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After reading Joel's last article on Mercurial, I'm giving it a shot on XP as a single-user, single-computer source control system.

One thing I'd like to check, though, is: It'd be easier to just create a repository of all the tiny projects I keep in eg. C:\VB.Net\, but the result is that the changes I make to the different projects therein (C:\VB.Net\ProjectA\, C:\VB.Net\ProjectB\, etc.) will be mixed in a single changelog.

But if I use a single repository for all projects, when I do diff's or go through the change history, will I be able to filter data so that I only see changes pertaining to a given project? Otherwise, is creating repositories in each project directory the only solution?

Thank you.

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3 Answers 3

I'd keep one repository for each single project. The overhead is minimal (just one hg init for each source code directory, or one right-click in Explorer), and you won't get confused. After all, why should a change to one program affect the version history of a completely unrelated one?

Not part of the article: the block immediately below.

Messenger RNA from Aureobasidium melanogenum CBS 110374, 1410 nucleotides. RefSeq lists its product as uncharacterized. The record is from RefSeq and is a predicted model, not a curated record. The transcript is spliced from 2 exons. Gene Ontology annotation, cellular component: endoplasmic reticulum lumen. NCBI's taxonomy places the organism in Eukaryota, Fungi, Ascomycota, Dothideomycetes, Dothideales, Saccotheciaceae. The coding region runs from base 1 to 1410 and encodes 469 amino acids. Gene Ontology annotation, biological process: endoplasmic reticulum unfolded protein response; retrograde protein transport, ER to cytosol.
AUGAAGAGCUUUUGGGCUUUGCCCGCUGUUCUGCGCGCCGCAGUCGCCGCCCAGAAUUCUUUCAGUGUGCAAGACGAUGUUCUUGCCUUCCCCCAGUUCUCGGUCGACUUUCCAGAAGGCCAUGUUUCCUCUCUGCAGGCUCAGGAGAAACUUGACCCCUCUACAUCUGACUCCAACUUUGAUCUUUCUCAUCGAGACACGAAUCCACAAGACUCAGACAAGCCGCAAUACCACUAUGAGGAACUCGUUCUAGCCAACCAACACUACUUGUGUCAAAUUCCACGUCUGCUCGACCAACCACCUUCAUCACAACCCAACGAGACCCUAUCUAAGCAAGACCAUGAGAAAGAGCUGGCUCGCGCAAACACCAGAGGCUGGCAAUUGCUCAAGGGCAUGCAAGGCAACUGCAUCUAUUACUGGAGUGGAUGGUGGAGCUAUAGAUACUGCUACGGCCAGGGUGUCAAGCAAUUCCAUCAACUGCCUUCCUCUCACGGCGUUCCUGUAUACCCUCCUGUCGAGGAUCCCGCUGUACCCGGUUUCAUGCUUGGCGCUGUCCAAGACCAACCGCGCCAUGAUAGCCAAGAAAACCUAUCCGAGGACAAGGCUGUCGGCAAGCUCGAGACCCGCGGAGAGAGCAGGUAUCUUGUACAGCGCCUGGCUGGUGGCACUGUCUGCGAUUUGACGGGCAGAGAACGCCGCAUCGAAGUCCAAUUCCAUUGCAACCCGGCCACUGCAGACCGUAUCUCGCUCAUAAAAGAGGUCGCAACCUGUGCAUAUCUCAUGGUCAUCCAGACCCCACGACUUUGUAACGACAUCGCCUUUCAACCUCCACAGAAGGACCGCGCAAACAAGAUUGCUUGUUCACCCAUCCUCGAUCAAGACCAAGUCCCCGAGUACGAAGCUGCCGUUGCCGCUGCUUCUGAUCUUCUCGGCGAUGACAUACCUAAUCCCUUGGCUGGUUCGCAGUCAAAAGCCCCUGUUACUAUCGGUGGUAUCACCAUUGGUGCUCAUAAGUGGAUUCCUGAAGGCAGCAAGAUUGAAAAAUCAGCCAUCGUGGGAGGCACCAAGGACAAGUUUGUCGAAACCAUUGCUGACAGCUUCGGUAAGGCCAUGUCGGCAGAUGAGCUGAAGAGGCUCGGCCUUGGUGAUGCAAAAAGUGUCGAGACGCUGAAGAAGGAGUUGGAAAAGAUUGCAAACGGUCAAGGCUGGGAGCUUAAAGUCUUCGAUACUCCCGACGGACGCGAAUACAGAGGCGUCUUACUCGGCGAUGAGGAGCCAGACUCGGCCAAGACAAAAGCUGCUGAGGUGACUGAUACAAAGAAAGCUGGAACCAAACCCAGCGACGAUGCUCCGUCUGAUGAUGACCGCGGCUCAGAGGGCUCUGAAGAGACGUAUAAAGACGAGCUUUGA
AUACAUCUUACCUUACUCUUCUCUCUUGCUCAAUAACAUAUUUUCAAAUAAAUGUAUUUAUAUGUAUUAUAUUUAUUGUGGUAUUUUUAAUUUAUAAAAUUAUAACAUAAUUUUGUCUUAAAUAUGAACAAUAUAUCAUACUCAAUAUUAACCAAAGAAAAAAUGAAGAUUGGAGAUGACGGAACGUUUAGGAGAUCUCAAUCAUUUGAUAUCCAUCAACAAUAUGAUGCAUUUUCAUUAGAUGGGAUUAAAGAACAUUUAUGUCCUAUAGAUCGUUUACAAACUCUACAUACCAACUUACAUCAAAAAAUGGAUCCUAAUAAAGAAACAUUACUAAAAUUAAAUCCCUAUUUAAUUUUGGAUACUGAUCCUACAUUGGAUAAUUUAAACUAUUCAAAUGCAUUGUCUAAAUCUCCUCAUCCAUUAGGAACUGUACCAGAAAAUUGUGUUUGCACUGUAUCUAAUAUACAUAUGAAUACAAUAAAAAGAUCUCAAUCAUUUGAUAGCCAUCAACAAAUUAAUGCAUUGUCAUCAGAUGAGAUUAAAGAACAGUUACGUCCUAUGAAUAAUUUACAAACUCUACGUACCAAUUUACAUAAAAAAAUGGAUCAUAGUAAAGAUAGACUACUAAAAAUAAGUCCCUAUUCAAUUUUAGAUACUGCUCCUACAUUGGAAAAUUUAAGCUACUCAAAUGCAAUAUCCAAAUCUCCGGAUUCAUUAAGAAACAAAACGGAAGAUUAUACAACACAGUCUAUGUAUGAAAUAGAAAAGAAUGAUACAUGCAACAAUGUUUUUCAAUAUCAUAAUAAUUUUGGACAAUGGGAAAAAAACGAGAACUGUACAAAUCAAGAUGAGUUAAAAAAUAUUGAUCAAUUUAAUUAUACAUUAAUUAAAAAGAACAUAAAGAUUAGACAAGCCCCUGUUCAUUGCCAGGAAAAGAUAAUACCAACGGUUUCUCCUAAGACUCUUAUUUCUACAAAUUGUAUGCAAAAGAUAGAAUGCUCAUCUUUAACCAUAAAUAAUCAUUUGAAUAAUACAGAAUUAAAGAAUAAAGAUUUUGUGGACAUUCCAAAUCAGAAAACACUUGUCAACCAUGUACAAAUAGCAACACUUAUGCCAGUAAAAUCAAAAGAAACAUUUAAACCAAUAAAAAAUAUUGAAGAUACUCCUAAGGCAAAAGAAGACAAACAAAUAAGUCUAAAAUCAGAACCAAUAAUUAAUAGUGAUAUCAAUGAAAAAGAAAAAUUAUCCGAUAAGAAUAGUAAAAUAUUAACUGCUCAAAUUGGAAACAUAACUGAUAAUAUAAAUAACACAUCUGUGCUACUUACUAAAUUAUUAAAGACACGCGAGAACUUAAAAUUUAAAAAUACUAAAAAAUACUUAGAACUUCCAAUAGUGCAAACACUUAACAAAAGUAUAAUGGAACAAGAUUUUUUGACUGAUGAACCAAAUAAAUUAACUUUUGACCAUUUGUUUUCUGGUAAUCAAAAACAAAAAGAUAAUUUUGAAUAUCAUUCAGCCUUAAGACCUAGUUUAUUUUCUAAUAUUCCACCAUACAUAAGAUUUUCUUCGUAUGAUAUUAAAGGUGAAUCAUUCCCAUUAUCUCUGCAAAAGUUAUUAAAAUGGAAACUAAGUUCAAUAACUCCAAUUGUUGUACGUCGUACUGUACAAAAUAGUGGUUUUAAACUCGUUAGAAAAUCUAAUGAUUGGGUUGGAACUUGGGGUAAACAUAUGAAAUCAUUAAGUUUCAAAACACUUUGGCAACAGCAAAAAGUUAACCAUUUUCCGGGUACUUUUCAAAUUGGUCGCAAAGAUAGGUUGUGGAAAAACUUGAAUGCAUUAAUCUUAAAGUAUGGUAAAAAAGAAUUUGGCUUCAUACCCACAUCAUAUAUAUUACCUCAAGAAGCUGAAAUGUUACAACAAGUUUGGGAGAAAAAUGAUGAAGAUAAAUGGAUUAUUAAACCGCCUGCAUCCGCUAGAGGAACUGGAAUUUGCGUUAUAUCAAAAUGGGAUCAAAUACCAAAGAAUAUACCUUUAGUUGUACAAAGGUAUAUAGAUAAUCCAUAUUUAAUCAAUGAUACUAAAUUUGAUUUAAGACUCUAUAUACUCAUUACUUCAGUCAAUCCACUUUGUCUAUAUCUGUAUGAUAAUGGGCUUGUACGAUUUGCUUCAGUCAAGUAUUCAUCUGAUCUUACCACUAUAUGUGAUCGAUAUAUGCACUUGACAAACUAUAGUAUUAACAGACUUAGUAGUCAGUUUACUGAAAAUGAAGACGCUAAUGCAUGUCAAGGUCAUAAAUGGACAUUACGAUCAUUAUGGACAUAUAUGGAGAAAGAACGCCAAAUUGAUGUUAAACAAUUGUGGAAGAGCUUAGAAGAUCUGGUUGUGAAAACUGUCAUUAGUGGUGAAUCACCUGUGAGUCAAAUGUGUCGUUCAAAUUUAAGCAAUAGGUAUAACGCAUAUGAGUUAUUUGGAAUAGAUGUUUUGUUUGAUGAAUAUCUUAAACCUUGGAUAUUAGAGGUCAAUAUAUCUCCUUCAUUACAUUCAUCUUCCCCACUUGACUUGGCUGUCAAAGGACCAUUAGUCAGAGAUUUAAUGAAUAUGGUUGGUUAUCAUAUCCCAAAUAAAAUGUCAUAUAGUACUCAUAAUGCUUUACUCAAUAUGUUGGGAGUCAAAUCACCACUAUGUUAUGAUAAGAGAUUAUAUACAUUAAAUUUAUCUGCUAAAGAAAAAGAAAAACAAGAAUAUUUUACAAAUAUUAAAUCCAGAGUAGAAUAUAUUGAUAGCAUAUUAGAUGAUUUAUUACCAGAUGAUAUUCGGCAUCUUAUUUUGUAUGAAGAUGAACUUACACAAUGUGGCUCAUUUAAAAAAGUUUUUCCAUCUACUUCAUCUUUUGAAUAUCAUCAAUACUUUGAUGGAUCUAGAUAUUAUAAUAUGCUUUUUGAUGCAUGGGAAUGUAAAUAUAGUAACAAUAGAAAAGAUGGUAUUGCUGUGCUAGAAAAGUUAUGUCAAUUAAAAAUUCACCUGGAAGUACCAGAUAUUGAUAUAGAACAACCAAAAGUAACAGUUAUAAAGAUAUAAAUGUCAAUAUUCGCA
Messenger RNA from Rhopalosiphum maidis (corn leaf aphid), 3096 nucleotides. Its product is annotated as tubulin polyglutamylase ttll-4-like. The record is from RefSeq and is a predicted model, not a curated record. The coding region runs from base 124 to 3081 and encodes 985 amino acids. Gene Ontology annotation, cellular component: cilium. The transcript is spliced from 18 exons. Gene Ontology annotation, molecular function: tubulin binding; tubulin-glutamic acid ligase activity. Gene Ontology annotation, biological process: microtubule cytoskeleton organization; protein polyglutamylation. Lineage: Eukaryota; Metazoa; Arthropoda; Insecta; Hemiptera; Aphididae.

Of course, you can see the history of each file in the Repository Explorer, but I think it goes against the very concept of version control to mix unrelated stuff into one repository.

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Thanks guys. So I'll just go ahead and create a repo in each project sub-dir. –  Gulbahar Mar 22 '10 at 19:01

The right granularity for a DVCS (i.e. a repo where all the history can be cloned) is the project.

If you have several projects which have different development lifecycle (i.e. a change in one does not always affect the other), they should be in their own repo.

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In case somebody uses bitbucket, they allow a only one private repository, so you can put all your projects in there if you want them to be private. I would like to hear comments about this scenario.

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